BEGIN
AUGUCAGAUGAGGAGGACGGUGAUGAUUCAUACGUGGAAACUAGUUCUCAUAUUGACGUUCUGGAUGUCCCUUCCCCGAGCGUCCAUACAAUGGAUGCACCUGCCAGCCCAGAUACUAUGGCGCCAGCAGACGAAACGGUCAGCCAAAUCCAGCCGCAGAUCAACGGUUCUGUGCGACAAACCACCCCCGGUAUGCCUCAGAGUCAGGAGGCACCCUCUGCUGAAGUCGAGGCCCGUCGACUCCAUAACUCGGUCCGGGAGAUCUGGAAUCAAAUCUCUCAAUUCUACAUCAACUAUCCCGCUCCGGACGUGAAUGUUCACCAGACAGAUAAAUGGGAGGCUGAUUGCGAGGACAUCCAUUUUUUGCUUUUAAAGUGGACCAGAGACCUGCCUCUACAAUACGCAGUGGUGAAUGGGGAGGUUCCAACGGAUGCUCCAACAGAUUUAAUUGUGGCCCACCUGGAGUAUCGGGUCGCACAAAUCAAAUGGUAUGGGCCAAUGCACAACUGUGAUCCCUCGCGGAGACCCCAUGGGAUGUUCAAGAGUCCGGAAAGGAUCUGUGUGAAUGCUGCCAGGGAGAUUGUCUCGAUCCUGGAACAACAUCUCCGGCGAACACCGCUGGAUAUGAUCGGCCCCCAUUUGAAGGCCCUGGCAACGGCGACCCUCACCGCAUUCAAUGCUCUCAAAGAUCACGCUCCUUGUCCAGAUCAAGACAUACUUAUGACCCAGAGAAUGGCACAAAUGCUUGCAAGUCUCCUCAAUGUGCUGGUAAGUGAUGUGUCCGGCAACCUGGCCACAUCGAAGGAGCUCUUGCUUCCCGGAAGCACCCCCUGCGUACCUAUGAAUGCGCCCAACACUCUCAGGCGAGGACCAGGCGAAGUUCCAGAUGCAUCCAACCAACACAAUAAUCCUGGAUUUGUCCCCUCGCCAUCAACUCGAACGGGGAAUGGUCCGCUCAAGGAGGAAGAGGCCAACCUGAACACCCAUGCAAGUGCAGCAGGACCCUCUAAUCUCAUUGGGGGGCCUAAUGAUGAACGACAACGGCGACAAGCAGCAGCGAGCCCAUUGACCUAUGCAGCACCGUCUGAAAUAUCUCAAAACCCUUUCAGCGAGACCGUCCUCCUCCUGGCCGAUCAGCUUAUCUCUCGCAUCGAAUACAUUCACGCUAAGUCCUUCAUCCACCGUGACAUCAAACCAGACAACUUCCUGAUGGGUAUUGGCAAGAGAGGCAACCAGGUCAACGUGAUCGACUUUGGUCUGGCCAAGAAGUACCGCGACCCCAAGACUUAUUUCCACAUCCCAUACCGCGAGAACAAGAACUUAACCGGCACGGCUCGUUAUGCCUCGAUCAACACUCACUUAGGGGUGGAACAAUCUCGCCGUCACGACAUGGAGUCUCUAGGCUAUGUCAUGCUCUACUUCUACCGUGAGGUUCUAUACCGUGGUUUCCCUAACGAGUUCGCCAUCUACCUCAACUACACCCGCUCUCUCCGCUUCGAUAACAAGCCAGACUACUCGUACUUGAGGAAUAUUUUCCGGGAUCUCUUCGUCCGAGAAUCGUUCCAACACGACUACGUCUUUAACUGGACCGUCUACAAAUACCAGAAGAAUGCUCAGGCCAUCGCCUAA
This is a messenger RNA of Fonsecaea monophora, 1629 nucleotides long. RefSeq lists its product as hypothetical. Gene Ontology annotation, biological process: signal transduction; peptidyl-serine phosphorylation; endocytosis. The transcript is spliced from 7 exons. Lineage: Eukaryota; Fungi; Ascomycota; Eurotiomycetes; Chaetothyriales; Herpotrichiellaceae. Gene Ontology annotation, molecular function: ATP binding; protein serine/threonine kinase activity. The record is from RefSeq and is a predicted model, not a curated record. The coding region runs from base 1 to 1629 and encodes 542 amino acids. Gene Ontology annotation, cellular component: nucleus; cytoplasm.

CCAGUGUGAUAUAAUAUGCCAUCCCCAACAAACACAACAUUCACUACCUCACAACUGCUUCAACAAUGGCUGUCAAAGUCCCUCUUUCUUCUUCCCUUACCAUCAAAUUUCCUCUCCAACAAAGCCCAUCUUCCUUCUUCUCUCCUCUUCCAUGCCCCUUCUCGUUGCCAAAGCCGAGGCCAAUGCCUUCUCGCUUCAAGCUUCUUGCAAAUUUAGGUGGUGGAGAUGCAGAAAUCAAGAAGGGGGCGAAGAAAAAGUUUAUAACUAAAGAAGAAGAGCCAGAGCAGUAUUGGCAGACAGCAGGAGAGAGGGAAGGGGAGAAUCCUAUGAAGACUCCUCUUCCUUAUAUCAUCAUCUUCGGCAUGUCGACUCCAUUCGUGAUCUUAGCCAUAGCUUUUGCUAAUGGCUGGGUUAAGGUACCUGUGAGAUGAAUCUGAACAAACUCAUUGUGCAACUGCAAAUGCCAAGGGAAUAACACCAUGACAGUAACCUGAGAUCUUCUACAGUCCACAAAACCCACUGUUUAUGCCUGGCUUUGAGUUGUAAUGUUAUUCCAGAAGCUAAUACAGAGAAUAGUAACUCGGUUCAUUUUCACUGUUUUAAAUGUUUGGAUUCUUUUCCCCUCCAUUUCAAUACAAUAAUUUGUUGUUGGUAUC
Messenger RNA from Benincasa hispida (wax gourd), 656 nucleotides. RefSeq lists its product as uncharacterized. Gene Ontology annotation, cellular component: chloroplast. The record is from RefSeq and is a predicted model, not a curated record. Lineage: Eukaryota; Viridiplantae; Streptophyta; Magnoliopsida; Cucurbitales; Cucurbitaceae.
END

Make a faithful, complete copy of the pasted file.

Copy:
AUGUCAGAUGAGGAGGACGGUGAUGAUUCAUACGUGGAAACUAGUUCUCAUAUUGACGUUCUGGAUGUCCCUUCCCCGAGCGUCCAUACAAUGGAUGCACCUGCCAGCCCAGAUACUAUGGCGCCAGCAGACGAAACGGUCAGCCAAAUCCAGCCGCAGAUCAACGGUUCUGUGCGACAAACCACCCCCGGUAUGCCUCAGAGUCAGGAGGCACCCUCUGCUGAAGUCGAGGCCCGUCGACUCCAUAACUCGGUCCGGGAGAUCUGGAAUCAAAUCUCUCAAUUCUACAUCAACUAUCCCGCUCCGGACGUGAAUGUUCACCAGACAGAUAAAUGGGAGGCUGAUUGCGAGGACAUCCAUUUUUUGCUUUUAAAGUGGACCAGAGACCUGCCUCUACAAUACGCAGUGGUGAAUGGGGAGGUUCCAACGGAUGCUCCAACAGAUUUAAUUGUGGCCCACCUGGAGUAUCGGGUCGCACAAAUCAAAUGGUAUGGGCCAAUGCACAACUGUGAUCCCUCGCGGAGACCCCAUGGGAUGUUCAAGAGUCCGGAAAGGAUCUGUGUGAAUGCUGCCAGGGAGAUUGUCUCGAUCCUGGAACAACAUCUCCGGCGAACACCGCUGGAUAUGAUCGGCCCCCAUUUGAAGGCCCUGGCAACGGCGACCCUCACCGCAUUCAAUGCUCUCAAAGAUCACGCUCCUUGUCCAGAUCAAGACAUACUUAUGACCCAGAGAAUGGCACAAAUGCUUGCAAGUCUCCUCAAUGUGCUGGUAAGUGAUGUGUCCGGCAACCUGGCCACAUCGAAGGAGCUCUUGCUUCCCGGAAGCACCCCCUGCGUACCUAUGAAUGCGCCCAACACUCUCAGGCGAGGACCAGGCGAAGUUCCAGAUGCAUCCAACCAACACAAUAAUCCUGGAUUUGUCCCCUCGCCAUCAACUCGAACGGGGAAUGGUCCGCUCAAGGAGGAAGAGGCCAACCUGAACACCCAUGCAAGUGCAGCAGGACCCUCUAAUCUCAUUGGGGGGCCUAAUGAUGAACGACAACGGCGACAAGCAGCAGCGAGCCCAUUGACCUAUGCAGCACCGUCUGAAAUAUCUCAAAACCCUUUCAGCGAGACCGUCCUCCUCCUGGCCGAUCAGCUUAUCUCUCGCAUCGAAUACAUUCACGCUAAGUCCUUCAUCCACCGUGACAUCAAACCAGACAACUUCCUGAUGGGUAUUGGCAAGAGAGGCAACCAGGUCAACGUGAUCGACUUUGGUCUGGCCAAGAAGUACCGCGACCCCAAGACUUAUUUCCACAUCCCAUACCGCGAGAACAAGAACUUAACCGGCACGGCUCGUUAUGCCUCGAUCAACACUCACUUAGGGGUGGAACAAUCUCGCCGUCACGACAUGGAGUCUCUAGGCUAUGUCAUGCUCUACUUCUACCGUGAGGUUCUAUACCGUGGUUUCCCUAACGAGUUCGCCAUCUACCUCAACUACACCCGCUCUCUCCGCUUCGAUAACAAGCCAGACUACUCGUACUUGAGGAAUAUUUUCCGGGAUCUCUUCGUCCGAGAAUCGUUCCAACACGACUACGUCUUUAACUGGACCGUCUACAAAUACCAGAAGAAUGCUCAGGCCAUCGCCUAA
This is a messenger RNA of Fonsecaea monophora, 1629 nucleotides long. RefSeq lists its product as hypothetical. Gene Ontology annotation, biological process: signal transduction; peptidyl-serine phosphorylation; endocytosis. The transcript is spliced from 7 exons. Lineage: Eukaryota; Fungi; Ascomycota; Eurotiomycetes; Chaetothyriales; Herpotrichiellaceae. Gene Ontology annotation, molecular function: ATP binding; protein serine/threonine kinase activity. The record is from RefSeq and is a predicted model, not a curated record. The coding region runs from base 1 to 1629 and encodes 542 amino acids. Gene Ontology annotation, cellular component: nucleus; cytoplasm.

CCAGUGUGAUAUAAUAUGCCAUCCCCAACAAACACAACAUUCACUACCUCACAACUGCUUCAACAAUGGCUGUCAAAGUCCCUCUUUCUUCUUCCCUUACCAUCAAAUUUCCUCUCCAACAAAGCCCAUCUUCCUUCUUCUCUCCUCUUCCAUGCCCCUUCUCGUUGCCAAAGCCGAGGCCAAUGCCUUCUCGCUUCAAGCUUCUUGCAAAUUUAGGUGGUGGAGAUGCAGAAAUCAAGAAGGGGGCGAAGAAAAAGUUUAUAACUAAAGAAGAAGAGCCAGAGCAGUAUUGGCAGACAGCAGGAGAGAGGGAAGGGGAGAAUCCUAUGAAGACUCCUCUUCCUUAUAUCAUCAUCUUCGGCAUGUCGACUCCAUUCGUGAUCUUAGCCAUAGCUUUUGCUAAUGGCUGGGUUAAGGUACCUGUGAGAUGAAUCUGAACAAACUCAUUGUGCAACUGCAAAUGCCAAGGGAAUAACACCAUGACAGUAACCUGAGAUCUUCUACAGUCCACAAAACCCACUGUUUAUGCCUGGCUUUGAGUUGUAAUGUUAUUCCAGAAGCUAAUACAGAGAAUAGUAACUCGGUUCAUUUUCACUGUUUUAAAUGUUUGGAUUCUUUUCCCCUCCAUUUCAAUACAAUAAUUUGUUGUUGGUAUC
Messenger RNA from Benincasa hispida (wax gourd), 656 nucleotides. RefSeq lists its product as uncharacterized. Gene Ontology annotation, cellular component: chloroplast. The record is from RefSeq and is a predicted model, not a curated record. Lineage: Eukaryota; Viridiplantae; Streptophyta; Magnoliopsida; Cucurbitales; Cucurbitaceae.